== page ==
How a train wheel is made – Sandvik Coromant
How a train wheel is made – Sandvik Coromant


Trains running mile after mile put
high demands on their wheels. Meeting their requirements on dimensional tolerances and
surface quality is essential, both as a matter of safety but also in terms of comfort for
the passenger. Producing finished wheels involves
a manufacturing chain including different forming
processes, metal cutting and testing. Blanks are heated in a rotary kiln
before compression forged. The centre is then punched out and
the profile is rollformed. A bending process gives the wheel its
final shape, and then the wheel rim is chilled in
water, thus hardening it. Finally, the wheel’s mechanical
properties are tested to ensure the wheel is ready for
further machining. To achieve required dimensions and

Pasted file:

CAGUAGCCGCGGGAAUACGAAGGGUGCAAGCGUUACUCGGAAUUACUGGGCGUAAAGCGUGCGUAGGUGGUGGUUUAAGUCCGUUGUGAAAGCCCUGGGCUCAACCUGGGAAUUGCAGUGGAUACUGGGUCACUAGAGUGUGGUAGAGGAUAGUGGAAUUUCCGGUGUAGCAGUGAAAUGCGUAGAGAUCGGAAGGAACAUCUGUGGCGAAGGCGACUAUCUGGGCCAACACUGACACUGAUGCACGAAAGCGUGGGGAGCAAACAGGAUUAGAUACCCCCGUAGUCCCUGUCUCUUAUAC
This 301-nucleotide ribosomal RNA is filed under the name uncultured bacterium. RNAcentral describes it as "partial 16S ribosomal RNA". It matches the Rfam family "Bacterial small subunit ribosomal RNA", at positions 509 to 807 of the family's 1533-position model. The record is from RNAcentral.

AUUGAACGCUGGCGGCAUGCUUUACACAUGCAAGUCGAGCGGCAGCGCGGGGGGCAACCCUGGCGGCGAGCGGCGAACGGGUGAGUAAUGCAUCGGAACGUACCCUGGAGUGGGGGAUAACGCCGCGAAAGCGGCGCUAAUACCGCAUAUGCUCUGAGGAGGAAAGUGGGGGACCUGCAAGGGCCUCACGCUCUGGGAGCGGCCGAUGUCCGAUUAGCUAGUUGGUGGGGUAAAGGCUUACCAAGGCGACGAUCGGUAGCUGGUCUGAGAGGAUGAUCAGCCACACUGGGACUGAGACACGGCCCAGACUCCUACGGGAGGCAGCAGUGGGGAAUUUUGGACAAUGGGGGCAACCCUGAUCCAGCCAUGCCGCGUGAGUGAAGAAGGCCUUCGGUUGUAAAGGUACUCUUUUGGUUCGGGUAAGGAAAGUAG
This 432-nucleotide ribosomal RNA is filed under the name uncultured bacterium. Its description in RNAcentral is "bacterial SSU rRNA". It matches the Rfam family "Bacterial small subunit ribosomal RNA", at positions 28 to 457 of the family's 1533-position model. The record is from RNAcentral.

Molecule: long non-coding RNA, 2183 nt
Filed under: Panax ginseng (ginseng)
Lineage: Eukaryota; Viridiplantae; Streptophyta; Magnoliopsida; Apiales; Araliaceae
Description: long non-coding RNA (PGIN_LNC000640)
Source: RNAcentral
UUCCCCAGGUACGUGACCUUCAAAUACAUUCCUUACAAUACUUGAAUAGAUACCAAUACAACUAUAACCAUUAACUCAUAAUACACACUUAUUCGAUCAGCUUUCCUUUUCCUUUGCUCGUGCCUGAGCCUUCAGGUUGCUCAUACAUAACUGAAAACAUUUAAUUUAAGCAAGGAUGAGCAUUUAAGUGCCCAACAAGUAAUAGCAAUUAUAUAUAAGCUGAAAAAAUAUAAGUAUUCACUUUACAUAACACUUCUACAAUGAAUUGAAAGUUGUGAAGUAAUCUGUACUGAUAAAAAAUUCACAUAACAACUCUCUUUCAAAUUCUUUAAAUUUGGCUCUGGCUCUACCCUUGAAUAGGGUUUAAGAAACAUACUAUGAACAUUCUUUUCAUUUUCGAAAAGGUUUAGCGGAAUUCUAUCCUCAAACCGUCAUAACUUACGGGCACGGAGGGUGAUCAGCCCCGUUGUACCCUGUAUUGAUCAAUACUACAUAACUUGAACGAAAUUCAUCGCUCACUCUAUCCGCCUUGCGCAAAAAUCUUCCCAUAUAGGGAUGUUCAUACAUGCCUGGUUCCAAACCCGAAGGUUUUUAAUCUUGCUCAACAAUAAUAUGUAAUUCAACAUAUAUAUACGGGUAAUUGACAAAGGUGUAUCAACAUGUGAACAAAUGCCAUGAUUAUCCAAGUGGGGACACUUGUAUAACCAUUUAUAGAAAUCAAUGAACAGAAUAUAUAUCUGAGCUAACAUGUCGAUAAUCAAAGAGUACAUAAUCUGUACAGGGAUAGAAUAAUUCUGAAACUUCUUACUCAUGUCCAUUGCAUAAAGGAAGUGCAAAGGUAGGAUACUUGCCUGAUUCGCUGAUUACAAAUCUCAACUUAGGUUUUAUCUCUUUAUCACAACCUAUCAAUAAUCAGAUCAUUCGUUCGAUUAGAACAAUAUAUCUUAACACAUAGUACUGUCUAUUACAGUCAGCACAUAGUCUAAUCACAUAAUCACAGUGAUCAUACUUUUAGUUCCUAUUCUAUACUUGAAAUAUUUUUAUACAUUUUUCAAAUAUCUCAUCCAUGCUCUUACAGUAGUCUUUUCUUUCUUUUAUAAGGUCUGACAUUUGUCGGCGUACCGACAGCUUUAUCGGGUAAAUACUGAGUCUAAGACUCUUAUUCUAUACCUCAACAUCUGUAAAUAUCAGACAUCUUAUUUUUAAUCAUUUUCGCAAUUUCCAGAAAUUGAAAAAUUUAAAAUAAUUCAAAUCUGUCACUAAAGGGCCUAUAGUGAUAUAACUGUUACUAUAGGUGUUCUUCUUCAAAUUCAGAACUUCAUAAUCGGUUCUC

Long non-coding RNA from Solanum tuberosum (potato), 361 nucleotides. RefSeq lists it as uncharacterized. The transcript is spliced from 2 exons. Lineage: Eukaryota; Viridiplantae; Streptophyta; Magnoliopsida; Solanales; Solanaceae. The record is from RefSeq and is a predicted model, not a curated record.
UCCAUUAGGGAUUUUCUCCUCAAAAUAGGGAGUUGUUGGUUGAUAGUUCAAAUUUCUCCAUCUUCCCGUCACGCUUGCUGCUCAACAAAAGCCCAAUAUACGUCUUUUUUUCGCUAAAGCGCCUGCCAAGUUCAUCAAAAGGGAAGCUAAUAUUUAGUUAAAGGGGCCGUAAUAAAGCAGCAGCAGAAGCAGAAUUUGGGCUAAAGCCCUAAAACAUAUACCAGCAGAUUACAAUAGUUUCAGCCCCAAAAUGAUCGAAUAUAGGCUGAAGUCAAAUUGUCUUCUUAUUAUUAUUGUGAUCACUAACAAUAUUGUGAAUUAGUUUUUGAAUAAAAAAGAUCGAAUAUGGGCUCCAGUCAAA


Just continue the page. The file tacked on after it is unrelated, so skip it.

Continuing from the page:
surface quality, the hub, web and rim on the wheel are
machined. Round inserts are combined with over
and under coolant for best performance and chip
evacuation. Non-destructive testing ensures the
wheel surface meets the requirements on quality and tolerances. Then it’s mounted on the axis,
installed on the train and ready for use. After a period on the tracks, wheels need re-turning. The train rolls into the machine
shop, where every flat spot,
flange deformation and crack is removed. Until the wheels are reset to their
former standard, ready for another cycle.

55 thoughts on “How a train wheel is made – Sandvik Coromant”

  1. EFormance Engineering says:

    Seems there was a typo in your copy, the wheels are not mounted on an axes but rather axle.

  2. ronnyh411 says:

    real life footage would've been great!

  3. tafazzul mahmood says:

    SWEEEEEEEEEEET !!!

  4. krap101 says:

    Why is this difficult? Because it's hard?

  5. Me Make Mula says:

    Not how u really make it untrue

  6. leo b says: